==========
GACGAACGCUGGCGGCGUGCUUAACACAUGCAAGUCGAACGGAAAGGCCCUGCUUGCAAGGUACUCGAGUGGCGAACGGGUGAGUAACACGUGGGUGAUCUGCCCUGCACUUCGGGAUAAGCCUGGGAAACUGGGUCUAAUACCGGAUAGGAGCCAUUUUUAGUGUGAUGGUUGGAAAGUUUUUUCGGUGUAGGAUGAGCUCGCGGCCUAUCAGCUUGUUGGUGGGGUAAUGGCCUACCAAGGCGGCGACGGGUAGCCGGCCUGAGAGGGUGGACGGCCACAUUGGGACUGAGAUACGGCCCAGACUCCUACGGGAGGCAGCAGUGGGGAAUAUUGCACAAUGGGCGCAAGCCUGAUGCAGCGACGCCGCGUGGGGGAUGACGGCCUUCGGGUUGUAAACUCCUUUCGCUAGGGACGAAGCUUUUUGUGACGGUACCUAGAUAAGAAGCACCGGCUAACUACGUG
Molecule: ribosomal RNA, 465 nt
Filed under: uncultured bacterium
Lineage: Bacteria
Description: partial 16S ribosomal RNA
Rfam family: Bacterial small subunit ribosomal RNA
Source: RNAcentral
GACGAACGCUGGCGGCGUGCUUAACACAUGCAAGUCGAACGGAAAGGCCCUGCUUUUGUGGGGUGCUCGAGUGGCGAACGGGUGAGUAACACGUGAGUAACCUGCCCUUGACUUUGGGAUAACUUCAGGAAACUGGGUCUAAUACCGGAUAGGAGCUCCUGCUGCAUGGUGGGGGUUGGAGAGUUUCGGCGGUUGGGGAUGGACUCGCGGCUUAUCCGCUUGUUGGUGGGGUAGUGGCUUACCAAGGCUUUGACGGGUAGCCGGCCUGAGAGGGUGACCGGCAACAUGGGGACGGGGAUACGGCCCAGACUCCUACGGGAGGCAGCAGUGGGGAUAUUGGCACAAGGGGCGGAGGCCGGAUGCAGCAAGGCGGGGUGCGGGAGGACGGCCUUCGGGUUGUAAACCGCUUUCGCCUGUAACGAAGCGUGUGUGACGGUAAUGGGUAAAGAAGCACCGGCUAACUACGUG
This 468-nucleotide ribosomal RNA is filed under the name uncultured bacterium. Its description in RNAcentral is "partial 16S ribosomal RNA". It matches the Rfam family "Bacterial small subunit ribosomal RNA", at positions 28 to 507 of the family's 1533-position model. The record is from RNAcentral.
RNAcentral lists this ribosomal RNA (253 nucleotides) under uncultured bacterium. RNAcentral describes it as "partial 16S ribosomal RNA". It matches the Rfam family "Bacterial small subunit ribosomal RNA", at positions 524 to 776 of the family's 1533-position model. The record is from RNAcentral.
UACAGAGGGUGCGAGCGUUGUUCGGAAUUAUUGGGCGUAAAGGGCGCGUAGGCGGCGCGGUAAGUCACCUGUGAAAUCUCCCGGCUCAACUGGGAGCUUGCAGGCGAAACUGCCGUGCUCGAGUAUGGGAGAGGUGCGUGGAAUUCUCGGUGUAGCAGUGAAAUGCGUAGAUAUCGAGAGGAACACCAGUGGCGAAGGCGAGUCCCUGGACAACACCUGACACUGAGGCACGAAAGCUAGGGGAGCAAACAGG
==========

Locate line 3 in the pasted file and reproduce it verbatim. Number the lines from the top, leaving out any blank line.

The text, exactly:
Filed under: uncultured bacterium